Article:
Fuel Marketing Research and Fuel Cell Development
On October 11, 2018, President Trump issued a Presidential Determination that the development and purchase of equipment and materials needed for alane fuel cells are essential to the national defense. Alane fuel cells are, essentially, comprised of aluminum hydride and are possible alternatives to hydrogen fuel cells. According to manufacturers, the only byproducts are water and aluminum, the latter of which can be recycled.
Issuing the determination under Section 303 of the Defense Production Act of 1950, the President stated that “United States industry cannot reasonably be expected to provide the capability for the production of alane fuel cells adequately and in a timely manner. Further, purchases, purchase commitments, or other action pursuant to section 303 of the Act are the most cost effective, expedient, and practical alternative method for meeting the need for this critical capability.”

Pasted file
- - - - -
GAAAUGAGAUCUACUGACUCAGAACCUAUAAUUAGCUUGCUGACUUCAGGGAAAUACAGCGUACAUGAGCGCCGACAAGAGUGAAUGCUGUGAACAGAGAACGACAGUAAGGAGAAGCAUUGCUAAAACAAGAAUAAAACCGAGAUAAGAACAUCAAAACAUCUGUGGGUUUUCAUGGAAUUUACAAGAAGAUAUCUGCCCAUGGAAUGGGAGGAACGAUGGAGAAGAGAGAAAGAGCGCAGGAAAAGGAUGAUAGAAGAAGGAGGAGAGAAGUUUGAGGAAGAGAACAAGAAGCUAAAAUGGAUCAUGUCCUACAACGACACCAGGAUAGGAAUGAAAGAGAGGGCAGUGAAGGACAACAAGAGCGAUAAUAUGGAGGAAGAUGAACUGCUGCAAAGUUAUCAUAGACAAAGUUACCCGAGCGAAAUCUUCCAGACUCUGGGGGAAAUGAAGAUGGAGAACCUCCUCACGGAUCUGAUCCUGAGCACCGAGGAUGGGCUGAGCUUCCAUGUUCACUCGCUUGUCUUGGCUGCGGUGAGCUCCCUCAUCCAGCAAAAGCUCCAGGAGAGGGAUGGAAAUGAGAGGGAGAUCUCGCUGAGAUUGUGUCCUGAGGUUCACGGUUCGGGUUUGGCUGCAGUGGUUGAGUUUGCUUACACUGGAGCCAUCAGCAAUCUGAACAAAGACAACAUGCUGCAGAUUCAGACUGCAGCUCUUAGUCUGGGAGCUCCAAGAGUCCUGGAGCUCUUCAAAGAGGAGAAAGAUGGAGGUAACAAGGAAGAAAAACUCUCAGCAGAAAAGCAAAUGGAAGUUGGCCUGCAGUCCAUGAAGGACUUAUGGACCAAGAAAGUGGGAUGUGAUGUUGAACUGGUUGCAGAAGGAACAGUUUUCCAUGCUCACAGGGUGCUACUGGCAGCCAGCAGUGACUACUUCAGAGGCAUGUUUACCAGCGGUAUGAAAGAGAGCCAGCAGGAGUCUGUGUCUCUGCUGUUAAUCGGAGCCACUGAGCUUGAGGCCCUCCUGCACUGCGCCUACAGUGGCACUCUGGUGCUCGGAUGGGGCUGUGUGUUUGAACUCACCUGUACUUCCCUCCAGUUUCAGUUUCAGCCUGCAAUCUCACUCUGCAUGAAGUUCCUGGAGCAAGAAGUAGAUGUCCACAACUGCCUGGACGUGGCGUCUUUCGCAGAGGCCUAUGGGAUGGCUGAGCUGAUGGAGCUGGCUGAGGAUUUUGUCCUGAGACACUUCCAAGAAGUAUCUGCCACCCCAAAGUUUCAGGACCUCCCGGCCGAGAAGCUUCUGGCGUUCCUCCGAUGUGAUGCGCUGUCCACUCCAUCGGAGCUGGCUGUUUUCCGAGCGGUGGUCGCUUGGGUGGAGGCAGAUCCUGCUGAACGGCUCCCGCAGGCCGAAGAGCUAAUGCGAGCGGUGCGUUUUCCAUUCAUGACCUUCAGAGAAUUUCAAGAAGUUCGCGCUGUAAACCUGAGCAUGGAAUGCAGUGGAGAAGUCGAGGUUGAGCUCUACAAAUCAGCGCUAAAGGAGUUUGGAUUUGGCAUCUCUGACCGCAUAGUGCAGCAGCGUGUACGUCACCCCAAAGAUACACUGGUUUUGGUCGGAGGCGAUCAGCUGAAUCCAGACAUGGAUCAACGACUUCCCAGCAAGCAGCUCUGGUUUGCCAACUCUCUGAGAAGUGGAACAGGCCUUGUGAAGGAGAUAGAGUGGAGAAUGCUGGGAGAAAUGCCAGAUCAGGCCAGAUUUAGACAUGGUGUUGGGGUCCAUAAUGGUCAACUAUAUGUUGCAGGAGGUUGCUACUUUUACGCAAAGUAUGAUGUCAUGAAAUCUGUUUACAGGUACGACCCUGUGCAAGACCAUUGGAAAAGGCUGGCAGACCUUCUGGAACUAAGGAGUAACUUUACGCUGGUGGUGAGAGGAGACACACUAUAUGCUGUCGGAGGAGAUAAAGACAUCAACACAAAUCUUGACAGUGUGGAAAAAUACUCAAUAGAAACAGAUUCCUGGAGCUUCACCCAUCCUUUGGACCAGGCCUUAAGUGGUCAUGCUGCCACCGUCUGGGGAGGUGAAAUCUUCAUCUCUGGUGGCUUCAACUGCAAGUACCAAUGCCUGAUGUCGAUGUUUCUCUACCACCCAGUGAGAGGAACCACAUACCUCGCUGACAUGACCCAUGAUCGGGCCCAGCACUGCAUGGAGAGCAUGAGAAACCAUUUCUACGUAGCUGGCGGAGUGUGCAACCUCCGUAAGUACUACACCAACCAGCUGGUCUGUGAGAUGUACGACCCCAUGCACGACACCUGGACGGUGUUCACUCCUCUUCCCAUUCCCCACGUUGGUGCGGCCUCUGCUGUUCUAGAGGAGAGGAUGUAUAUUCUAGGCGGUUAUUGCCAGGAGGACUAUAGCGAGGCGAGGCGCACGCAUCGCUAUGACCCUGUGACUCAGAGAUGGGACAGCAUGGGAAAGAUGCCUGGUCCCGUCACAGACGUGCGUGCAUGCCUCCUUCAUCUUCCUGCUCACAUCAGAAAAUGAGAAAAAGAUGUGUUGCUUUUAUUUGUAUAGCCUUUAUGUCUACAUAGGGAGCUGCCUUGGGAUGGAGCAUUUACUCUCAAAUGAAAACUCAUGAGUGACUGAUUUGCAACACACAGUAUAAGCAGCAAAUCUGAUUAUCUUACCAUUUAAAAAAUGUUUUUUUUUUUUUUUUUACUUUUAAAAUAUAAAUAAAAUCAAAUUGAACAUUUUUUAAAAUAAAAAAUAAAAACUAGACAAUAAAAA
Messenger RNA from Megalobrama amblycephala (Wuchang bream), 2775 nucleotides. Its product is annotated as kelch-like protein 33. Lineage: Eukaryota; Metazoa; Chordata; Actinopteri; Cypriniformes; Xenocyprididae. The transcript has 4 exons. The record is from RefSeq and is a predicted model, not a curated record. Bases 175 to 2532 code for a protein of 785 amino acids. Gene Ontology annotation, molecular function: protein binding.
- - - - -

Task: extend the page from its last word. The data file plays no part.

In general, Section 303 authorities can be used by the President to provide incentives for domestic private industry to produce and supply critical goods that are necessary for the national defense. It vests the President with an array of authorities to create, maintain, protect, expand, or restore domestic industrial base capabilities essential to the national defense. These authorities include purchasing or making purchase commitments of industrial resources or critical technology items; making subsidized payments for domestically produced materials; and installing and purchasing equipment for industrial facilities to expand their productive capacity.
EU Sets New Standards For Fuel Marking
On October 12, 2018, the EC announced new requirements for labeling fuel. As of the aforementioned date, European Union (EU) Member States must use set fuel labels on newly produced vehicles, at vehicle dealerships, and at gas stations that dispense hydrogen, diesel, compressed natural gas, liquefied petroleum gas, petrol, and liquefied natural gas. Given the growing variety of fuels on the market, the EC’s new requirements address the greater need for transparency of information to consumers. The labels are to be put on the nozzles of gas filling pumps, on the pumps themselves, and in the vicinity of fuel filler caps on new cars, motorcycles, buses, and coaches, among other places.